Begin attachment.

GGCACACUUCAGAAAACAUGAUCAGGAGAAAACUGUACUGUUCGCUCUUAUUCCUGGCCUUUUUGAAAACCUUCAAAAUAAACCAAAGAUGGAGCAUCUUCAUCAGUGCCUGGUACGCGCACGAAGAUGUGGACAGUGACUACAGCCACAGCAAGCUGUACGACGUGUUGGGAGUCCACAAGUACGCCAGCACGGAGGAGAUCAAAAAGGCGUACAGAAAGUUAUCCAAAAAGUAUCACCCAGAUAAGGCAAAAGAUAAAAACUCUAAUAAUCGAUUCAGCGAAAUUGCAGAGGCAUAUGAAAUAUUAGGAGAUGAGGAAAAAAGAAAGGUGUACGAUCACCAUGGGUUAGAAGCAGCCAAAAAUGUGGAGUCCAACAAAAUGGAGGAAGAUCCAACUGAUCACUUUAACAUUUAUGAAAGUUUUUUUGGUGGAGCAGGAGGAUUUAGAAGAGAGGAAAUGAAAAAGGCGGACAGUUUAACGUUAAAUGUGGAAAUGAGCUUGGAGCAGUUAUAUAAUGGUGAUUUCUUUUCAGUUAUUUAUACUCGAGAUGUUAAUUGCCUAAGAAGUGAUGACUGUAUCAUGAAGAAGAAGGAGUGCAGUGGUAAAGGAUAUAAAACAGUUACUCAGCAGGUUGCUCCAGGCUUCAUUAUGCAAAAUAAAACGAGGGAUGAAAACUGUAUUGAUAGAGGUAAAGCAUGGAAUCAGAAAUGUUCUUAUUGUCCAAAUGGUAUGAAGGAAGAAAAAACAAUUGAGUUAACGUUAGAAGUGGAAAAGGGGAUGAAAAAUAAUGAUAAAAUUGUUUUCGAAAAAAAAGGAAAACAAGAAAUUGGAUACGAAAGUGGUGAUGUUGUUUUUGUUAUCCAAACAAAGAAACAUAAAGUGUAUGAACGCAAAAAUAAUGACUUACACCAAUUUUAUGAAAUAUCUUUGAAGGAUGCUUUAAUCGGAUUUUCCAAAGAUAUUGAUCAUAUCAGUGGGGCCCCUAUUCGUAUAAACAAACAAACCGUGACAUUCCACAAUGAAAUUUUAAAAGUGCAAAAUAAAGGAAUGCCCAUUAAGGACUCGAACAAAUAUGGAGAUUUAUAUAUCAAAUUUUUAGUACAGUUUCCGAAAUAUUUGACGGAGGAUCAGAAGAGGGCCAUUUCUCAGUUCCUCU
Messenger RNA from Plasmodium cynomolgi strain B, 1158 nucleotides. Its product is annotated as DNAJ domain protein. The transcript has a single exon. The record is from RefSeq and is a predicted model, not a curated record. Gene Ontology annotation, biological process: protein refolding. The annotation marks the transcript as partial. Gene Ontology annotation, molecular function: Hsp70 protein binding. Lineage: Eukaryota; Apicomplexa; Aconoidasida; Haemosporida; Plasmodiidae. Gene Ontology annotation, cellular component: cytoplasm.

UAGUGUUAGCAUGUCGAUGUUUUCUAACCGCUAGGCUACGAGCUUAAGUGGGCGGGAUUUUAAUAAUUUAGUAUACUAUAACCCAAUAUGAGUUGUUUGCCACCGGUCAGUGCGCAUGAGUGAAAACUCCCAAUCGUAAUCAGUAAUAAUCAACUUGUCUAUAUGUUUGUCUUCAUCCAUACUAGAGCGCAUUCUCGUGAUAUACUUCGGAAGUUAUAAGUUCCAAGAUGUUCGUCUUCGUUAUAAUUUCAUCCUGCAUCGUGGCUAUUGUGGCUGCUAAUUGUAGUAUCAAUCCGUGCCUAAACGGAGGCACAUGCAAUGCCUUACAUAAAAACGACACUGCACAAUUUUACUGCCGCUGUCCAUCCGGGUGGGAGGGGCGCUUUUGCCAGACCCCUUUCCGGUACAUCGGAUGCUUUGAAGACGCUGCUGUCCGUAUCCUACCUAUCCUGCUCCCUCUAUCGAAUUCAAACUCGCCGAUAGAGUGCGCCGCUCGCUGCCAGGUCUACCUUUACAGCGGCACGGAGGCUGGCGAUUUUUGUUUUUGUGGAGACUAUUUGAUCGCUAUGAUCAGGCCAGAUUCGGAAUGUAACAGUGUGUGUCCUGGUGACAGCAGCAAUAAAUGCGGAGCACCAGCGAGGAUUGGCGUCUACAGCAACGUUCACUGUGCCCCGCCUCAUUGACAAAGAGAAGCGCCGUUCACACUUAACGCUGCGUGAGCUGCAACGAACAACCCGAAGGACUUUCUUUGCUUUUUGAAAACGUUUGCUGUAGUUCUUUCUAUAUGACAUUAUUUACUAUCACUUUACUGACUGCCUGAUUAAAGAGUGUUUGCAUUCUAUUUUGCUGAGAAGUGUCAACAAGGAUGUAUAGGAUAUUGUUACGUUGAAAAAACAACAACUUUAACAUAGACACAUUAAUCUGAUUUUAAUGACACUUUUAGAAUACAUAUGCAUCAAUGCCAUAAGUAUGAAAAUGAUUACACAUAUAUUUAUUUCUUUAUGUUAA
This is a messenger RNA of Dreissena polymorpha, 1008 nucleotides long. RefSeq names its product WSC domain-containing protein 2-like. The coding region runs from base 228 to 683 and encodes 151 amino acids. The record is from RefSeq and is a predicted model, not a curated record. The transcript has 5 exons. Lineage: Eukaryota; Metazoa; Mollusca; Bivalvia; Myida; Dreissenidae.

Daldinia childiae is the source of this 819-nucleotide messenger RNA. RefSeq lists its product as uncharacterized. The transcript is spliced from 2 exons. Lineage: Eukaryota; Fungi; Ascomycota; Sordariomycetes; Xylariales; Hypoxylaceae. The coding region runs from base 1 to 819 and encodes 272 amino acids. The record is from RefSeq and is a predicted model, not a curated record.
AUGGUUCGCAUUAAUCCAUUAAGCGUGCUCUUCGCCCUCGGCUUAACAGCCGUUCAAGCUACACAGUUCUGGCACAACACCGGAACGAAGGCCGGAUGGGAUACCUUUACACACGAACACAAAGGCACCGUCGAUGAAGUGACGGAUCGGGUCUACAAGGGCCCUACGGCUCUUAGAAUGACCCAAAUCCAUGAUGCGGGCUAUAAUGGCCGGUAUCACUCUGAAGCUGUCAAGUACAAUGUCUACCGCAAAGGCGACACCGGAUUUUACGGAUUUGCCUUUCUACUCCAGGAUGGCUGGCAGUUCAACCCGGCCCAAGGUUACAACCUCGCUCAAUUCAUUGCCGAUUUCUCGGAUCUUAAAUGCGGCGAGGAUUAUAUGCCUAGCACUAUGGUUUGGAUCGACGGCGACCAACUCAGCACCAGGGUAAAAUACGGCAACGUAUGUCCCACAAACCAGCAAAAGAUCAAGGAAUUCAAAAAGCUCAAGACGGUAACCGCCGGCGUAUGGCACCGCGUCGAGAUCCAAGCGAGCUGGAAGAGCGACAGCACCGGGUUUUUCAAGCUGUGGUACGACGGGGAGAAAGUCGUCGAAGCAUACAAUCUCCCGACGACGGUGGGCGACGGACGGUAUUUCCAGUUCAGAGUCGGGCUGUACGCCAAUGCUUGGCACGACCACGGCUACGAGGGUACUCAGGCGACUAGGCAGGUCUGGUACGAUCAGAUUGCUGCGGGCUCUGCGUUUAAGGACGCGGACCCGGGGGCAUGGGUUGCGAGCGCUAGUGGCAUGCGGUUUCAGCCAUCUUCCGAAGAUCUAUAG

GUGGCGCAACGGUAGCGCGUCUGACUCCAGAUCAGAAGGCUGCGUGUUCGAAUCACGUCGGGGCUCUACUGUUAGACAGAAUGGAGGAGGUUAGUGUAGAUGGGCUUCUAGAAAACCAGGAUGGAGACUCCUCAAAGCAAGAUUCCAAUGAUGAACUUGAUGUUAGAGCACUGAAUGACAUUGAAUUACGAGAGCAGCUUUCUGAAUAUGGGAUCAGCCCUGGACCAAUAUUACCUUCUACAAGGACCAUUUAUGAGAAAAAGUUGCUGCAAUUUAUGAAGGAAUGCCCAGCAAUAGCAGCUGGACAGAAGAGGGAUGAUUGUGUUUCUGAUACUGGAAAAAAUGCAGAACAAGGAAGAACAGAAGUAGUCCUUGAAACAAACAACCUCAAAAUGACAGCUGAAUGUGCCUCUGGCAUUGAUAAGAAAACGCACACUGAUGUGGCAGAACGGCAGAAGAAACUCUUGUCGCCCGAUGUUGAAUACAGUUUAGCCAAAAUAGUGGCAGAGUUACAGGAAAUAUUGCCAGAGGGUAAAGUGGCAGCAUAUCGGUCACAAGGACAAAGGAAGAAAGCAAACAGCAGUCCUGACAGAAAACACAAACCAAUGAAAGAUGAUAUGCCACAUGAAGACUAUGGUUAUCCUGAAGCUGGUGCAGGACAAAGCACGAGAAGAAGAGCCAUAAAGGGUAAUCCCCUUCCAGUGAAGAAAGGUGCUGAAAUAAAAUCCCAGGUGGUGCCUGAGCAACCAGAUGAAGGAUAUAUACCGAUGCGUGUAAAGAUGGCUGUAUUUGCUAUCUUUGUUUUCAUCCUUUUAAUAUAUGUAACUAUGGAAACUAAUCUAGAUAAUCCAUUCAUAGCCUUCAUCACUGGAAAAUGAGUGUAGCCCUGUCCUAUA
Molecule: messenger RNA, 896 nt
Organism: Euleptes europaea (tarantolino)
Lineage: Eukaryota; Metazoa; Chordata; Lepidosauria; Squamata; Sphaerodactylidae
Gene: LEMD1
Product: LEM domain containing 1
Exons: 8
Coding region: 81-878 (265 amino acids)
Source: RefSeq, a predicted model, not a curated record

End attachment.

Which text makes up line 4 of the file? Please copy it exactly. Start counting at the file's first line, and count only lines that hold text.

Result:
This is a messenger RNA of Dreissena polymorpha, 1008 nucleotides long. RefSeq names its product WSC domain-containing protein 2-like. The coding region runs from base 228 to 683 and encodes 151 amino acids. The record is from RefSeq and is a predicted model, not a curated record. The transcript has 5 exons. Lineage: Eukaryota; Metazoa; Mollusca; Bivalvia; Myida; Dreissenidae.